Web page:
|dc.description.abstract||The public service ethos (PSE) has spent thirty years - since the advent of New Public Management - in flux. In the late 1990s, partnership working appeared to offer an alternative to NPM, as part of a perceived shift to network governance. What impact has partnership and network governance had on the PSE?
This study looked at two case studies of Community Safety Partnerships (CSPs) operating under different local governance conditions. It interviewed public servants within these CSPs on their experiences of partnership working, and perceptions around public service itself.
What emerged is a picture of partial network governance, with each case study taking a different approach and yielding different structures and outcomes. While the public servants were professional and committed, they were loyal to their field of work and individual clients. In the recent decades, public interest and consideration of wider societal impact has been removed from everyday working; what remains is a vacuum. The neo-liberal view – that satisfying individual client need creates societal benefit when aggregated – has taken root.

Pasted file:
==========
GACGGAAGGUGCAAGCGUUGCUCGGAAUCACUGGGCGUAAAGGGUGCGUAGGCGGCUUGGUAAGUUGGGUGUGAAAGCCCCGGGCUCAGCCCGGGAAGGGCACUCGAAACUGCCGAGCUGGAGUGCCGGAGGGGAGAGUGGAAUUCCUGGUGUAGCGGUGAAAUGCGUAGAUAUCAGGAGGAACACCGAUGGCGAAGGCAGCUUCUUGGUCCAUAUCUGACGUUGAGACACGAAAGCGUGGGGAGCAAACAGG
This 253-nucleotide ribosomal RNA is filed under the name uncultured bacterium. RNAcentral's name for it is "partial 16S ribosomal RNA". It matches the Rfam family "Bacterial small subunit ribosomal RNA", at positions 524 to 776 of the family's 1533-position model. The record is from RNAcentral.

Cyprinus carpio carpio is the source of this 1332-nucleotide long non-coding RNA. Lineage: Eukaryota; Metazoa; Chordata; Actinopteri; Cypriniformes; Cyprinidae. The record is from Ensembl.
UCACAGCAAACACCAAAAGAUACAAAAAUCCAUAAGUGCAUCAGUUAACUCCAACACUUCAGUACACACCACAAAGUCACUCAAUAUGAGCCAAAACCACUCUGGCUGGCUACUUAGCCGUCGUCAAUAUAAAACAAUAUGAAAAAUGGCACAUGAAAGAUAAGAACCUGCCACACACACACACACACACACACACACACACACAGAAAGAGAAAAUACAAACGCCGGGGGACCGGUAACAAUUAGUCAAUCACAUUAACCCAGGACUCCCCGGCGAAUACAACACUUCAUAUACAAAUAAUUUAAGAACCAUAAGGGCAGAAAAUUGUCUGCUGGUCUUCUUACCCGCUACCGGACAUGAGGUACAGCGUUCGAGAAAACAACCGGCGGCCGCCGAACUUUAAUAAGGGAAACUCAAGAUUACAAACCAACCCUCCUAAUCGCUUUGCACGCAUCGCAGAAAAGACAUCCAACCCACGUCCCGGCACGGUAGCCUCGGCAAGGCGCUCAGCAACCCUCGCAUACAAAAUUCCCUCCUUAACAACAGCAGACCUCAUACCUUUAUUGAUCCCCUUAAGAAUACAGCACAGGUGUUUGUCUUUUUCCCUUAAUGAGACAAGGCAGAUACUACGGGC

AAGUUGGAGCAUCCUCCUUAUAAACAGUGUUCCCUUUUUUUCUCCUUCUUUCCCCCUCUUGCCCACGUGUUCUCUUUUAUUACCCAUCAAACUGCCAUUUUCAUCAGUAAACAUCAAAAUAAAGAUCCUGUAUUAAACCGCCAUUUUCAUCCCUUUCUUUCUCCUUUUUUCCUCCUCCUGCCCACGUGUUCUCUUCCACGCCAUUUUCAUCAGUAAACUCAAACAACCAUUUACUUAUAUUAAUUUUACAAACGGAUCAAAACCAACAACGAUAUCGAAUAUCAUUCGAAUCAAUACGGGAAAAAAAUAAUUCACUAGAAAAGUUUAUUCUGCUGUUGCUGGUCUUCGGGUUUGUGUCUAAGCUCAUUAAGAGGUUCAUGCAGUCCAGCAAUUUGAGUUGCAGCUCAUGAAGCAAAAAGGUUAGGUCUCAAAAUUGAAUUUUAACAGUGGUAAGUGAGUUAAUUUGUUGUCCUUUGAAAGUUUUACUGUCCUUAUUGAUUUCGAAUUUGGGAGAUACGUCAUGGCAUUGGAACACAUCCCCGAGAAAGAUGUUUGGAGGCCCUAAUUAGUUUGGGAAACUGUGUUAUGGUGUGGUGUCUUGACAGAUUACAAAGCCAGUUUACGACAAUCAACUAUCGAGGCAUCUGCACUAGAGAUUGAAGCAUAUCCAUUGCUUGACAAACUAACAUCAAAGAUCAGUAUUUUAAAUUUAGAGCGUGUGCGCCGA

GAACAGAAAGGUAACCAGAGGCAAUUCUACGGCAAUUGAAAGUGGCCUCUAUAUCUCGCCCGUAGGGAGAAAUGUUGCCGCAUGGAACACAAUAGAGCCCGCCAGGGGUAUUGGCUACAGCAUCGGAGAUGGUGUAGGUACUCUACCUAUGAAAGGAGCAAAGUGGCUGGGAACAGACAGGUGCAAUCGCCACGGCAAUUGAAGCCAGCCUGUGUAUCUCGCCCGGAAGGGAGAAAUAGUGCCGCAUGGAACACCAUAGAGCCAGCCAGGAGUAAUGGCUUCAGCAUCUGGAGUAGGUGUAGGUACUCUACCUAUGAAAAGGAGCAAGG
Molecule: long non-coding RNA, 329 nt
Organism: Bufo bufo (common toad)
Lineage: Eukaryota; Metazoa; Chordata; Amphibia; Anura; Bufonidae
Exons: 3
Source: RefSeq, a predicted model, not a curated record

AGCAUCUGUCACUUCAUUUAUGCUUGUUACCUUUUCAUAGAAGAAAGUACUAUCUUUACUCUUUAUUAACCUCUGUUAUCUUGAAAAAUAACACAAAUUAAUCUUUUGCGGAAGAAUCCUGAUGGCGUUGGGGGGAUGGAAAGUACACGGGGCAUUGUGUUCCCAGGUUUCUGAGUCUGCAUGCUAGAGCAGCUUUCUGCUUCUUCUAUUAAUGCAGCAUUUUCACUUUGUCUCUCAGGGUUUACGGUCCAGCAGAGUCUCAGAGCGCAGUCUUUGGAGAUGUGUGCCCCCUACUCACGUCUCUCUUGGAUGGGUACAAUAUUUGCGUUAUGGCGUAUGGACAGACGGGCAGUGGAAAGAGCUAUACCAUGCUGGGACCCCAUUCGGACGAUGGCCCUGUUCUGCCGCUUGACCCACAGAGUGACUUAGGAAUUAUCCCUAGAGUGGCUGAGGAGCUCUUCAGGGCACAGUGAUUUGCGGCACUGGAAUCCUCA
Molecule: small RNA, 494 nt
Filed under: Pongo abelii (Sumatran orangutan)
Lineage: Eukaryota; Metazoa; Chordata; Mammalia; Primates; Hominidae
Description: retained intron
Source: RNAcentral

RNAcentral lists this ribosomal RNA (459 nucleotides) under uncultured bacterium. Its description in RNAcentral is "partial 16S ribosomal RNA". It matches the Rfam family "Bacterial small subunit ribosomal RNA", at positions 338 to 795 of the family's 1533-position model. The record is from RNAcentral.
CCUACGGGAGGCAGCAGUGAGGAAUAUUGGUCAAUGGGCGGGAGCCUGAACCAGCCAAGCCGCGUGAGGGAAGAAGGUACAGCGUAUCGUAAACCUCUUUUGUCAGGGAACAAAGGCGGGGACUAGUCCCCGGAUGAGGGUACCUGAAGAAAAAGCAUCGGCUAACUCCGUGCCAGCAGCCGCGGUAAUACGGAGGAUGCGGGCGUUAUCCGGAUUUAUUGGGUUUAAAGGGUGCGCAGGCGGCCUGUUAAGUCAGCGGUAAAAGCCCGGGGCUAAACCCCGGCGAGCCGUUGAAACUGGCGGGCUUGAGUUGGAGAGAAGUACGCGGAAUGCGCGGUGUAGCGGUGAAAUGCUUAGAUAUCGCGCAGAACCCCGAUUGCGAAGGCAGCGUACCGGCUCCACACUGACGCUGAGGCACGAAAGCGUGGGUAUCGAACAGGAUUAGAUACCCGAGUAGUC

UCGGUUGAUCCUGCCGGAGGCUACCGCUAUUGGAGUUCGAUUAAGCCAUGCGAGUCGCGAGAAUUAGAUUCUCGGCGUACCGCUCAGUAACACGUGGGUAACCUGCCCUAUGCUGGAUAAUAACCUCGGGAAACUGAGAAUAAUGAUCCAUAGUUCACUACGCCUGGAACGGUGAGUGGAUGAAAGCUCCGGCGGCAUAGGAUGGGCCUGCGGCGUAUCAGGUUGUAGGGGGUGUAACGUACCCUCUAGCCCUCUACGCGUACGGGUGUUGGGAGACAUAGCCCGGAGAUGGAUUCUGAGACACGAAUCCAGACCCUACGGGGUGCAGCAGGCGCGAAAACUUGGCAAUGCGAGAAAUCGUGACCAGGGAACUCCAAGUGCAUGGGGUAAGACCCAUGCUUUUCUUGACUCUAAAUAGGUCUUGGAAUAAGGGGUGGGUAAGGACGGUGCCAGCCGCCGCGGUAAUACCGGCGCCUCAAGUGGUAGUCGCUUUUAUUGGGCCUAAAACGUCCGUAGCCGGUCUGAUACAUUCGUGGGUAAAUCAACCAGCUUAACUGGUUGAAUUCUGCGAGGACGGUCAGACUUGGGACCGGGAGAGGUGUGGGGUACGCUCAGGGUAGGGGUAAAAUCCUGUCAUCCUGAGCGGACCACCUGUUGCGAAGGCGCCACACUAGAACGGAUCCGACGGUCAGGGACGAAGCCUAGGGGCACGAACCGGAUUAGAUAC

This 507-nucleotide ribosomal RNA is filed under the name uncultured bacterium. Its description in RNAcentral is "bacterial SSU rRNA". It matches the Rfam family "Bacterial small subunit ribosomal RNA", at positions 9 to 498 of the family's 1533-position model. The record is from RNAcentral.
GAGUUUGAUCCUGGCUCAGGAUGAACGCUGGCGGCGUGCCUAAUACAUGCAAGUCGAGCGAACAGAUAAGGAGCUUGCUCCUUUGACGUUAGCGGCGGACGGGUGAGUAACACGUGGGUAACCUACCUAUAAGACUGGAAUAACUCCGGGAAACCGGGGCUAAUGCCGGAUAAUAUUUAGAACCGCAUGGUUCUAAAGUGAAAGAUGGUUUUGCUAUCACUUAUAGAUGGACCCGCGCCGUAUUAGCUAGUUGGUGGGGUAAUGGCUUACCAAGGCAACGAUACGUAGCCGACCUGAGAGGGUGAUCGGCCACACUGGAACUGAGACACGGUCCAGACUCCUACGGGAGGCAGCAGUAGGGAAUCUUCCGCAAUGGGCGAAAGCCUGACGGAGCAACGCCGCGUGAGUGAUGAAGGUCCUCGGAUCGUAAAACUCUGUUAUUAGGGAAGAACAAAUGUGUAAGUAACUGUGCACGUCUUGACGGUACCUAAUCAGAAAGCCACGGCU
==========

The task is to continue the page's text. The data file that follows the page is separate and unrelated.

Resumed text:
PSE is now a partial concept: it remains altruistic but without the core of wider, deeper thinking required. While network governance could ameliorate this trend, the partial and limited implementation of the concept by government means that it hinders PSE as much as it fosters it.||en